does not exist on the system.  Is that right?

I'm used to do that sort of thing with AC_CONFIG_LINKS, as in

 [# clean out junk possibly left behind by a previous configuration
  rm -f lib/getopt.h
  # Check for getopt_long support
   [# FreeBSD has a gnugetopt library for this
     [# use the GNU replacement

However I can see the problem there is here with hard coding
`lib/' in the macro.  Perhaps gnulib could change gl_SOURCE_BASE
to m4_define its argument in order to use it here.  (It needs to
be an m4 macro if you want Automake to automatically distribute
the source of the link, and cleanup the destination; if it's a
shell variable Automake will simply ignore the AC_CONFIG_LINKS
statement and let you do the distribution and cleanup.)

I'm not sure Jim's proposal was to get read of all Makefile.am
fragments.  Removing just the easy ones seem an improvement anyway.
The more macros are self-contained the better.

 Bruno> - Specifying filenames in autoconf macros makes it hard for two packages
 Bruno> to have different directory layout. For example, the gnulib stuff
 Bruno> goes into gettext-tools/lib/ but into libiconv/srclib/ - because lib/
 Bruno> already holds other stuff.

you only specify basenames.  (Automake distribute the libsource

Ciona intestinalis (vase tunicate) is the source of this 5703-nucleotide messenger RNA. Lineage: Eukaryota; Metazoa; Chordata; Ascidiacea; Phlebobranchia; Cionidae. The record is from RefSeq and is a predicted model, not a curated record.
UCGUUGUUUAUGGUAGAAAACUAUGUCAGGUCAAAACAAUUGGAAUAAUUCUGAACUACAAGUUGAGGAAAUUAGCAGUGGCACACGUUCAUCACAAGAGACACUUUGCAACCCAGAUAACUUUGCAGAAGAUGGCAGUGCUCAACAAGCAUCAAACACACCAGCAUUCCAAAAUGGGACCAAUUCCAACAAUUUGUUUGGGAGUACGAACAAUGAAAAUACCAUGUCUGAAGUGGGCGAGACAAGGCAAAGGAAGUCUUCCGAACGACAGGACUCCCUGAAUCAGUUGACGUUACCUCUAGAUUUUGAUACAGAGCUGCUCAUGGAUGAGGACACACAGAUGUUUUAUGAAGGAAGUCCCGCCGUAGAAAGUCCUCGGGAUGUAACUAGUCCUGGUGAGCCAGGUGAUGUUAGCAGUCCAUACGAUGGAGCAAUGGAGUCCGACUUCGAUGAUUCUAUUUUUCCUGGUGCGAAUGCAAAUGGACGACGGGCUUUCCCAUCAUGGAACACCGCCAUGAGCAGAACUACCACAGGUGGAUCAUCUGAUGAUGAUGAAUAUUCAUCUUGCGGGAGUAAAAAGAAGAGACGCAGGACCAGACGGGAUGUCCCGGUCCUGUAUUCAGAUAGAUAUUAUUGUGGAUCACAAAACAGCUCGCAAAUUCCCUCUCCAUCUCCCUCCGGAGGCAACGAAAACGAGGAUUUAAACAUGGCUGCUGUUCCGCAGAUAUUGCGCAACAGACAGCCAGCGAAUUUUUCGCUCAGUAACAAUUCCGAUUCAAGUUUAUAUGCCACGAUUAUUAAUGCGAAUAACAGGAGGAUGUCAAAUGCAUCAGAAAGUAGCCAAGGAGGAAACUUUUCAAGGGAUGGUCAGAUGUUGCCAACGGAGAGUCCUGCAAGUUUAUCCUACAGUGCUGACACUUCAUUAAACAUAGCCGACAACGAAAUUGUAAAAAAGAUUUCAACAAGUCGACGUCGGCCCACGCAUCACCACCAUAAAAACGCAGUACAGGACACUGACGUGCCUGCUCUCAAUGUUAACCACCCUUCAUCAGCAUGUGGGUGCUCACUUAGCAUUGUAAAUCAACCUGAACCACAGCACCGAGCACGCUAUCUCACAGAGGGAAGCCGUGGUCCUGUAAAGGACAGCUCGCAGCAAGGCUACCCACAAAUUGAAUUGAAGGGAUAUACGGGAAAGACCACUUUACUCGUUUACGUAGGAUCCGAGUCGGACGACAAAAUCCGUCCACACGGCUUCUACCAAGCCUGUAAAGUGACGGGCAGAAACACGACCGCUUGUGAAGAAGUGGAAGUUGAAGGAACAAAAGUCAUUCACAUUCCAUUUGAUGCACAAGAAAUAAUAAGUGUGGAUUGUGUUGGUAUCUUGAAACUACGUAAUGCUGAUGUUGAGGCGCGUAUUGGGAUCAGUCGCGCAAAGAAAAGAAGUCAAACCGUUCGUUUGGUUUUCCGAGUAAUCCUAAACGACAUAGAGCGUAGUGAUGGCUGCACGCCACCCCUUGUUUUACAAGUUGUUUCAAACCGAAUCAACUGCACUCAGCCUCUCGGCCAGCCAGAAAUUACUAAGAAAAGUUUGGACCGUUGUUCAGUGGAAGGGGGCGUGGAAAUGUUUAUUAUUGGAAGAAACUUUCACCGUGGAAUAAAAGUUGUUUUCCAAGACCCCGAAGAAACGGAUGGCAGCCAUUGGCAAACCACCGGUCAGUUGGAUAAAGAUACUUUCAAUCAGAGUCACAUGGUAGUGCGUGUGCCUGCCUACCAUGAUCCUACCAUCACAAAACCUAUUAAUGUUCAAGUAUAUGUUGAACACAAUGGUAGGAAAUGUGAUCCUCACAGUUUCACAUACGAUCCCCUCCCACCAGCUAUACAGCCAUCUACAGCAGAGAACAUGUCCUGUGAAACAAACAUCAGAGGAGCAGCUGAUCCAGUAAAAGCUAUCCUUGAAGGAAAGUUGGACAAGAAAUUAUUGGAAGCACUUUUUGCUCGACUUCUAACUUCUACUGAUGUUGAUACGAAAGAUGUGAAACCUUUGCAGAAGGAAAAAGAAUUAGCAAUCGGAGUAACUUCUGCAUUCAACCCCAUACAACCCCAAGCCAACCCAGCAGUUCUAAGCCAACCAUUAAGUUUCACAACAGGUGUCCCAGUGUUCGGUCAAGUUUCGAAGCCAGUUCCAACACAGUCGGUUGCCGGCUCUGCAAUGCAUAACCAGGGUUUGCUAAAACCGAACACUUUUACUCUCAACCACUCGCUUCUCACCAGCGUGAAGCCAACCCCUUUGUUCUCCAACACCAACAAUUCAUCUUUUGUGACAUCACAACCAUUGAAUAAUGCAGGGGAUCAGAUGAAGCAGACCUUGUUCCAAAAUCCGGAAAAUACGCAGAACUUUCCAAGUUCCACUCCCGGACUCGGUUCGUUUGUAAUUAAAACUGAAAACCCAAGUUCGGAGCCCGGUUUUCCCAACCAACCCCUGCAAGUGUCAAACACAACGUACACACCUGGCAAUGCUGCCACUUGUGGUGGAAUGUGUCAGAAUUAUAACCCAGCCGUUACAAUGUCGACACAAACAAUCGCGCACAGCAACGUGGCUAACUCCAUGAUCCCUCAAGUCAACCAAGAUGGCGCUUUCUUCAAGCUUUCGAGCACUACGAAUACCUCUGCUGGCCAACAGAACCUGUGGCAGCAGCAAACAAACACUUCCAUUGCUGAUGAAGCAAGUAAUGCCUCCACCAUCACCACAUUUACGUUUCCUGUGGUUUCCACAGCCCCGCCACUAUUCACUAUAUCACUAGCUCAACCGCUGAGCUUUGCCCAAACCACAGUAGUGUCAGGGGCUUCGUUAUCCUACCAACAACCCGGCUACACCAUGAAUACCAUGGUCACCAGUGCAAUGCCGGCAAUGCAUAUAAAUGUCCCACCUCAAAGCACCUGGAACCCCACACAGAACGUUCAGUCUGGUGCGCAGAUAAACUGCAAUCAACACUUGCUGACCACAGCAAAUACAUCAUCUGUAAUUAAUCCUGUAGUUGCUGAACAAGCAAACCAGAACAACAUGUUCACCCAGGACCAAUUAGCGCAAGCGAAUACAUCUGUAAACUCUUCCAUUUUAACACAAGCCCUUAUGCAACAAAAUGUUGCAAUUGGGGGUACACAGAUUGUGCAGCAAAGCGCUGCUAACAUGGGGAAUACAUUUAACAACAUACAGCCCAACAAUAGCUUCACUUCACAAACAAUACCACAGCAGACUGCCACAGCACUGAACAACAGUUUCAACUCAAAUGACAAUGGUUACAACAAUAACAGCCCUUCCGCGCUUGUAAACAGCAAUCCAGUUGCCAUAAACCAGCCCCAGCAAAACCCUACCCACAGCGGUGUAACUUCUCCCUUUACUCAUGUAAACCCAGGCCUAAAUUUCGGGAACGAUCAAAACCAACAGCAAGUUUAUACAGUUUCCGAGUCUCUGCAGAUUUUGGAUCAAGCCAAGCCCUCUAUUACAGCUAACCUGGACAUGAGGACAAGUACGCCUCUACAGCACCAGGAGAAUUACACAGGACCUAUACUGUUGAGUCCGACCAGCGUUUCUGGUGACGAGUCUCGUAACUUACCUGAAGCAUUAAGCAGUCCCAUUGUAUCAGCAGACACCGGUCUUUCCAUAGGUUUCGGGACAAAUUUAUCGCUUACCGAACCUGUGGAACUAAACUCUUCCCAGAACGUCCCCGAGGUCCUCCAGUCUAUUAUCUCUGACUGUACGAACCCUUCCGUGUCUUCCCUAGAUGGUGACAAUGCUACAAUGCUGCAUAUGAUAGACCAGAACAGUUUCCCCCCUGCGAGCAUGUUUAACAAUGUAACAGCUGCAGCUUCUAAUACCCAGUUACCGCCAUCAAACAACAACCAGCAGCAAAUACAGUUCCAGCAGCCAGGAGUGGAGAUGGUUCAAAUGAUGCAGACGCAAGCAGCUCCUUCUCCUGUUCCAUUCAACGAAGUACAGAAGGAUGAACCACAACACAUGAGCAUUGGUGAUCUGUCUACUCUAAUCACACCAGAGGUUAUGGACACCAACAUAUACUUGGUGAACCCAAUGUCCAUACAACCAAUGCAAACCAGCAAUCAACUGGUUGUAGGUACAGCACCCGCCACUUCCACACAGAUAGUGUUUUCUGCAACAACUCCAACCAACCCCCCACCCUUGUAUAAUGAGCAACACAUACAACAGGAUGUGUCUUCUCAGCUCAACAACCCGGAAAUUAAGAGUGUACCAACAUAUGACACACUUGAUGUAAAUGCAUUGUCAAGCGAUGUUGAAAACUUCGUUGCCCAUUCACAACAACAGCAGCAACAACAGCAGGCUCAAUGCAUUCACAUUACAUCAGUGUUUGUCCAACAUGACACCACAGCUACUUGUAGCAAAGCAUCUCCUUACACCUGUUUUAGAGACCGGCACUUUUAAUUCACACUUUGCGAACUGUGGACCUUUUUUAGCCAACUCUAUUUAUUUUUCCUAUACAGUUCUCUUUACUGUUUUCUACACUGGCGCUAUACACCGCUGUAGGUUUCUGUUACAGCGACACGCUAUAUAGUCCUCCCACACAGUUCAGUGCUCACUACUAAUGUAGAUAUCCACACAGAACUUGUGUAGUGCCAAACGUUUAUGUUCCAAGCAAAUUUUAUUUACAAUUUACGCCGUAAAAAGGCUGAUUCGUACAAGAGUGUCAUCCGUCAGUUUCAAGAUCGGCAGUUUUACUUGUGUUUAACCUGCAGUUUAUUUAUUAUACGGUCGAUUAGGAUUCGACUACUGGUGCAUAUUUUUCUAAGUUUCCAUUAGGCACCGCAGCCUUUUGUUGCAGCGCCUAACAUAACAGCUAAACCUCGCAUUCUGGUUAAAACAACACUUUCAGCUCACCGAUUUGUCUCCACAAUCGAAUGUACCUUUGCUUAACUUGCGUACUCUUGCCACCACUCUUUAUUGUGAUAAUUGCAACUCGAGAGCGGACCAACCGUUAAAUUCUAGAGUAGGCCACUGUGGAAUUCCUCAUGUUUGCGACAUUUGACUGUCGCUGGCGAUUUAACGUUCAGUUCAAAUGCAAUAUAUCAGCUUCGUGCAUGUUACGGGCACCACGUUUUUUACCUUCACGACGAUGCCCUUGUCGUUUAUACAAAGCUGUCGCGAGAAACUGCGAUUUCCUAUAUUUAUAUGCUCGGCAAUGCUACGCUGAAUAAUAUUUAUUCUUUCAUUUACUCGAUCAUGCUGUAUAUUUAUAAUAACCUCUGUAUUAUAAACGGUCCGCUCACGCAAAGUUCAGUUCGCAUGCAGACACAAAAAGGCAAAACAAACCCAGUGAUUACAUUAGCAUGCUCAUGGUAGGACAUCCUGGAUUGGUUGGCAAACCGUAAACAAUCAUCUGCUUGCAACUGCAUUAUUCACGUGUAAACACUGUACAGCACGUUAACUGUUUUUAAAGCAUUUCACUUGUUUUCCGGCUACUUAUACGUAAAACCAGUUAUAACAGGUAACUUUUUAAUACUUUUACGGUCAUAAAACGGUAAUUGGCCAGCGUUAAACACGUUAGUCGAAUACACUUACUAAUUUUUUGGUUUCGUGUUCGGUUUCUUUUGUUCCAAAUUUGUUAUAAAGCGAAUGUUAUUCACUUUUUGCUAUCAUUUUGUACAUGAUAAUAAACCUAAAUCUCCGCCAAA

files in the directory where @LIBOBJS@ is used.)  So different
layouts are no big deal.

You need directories for AC_CONFIG_LINKS, but using the
gl_SOURCE_BASE above it does not seem unmanageable.

 Bruno> - Each time a developer adds a source file, what
 Bruno> happens? If the filename is stored it the Makefile.am,
 Bruno> and the developer changes this, just config.status gets
 Bruno> run again. If the filename is stored in an autoconf
 Bruno> macro, and the developer changes this, it will rebuild
 Bruno> aclocal.m4, configure, and re-configure the whole
 Bruno> package.

True.  Fortunately we do not build full packages this way.  I don't
think users add files to gnulib modules; only gnulib maintainers do
(does it often happen without changing the macro?).

 Bruno> - AC_CONFIG_LIBOBJ_DIR provides for a single lib directory only.
 Bruno> In gettext I already have two such directories.

You mean in the same package (as opposed to "in sub-packages")?

IIRC currently AC_CONFIG_LIBOBJ_DIR is only used internally by
Autoconf to fetch the source it needs to run some test.
Automake does not use it, it only watch for directories where
@LIBOBJS@ is used.  Of course if you use @LIBOBJS@ in two
directories, it will requires the sources files in both
directories...  I don't think that is what you want, but I don't
really know what you want.

Admittedly using AC_LIBSOURCE is a bad idea if you have a
directory that uses @LIBOBJS@ but want to compile the file in
another directory.  (If you never use @LIBOBJS@ it should be OK
to arrange the files as you wish and distribute them yourself,
regardless of the AC_LIBSOURCE calls.)

 Bruno> - There is another macro in autoconf that deals with
 Bruno> files, namely AC_CONFIG_LINKS.  I've had only problems
 Bruno> with it.

Is it related to the directory stuff mentioned above, or is it
something else?  It has worked fine for me so far.
Alexandre Duret-Lutz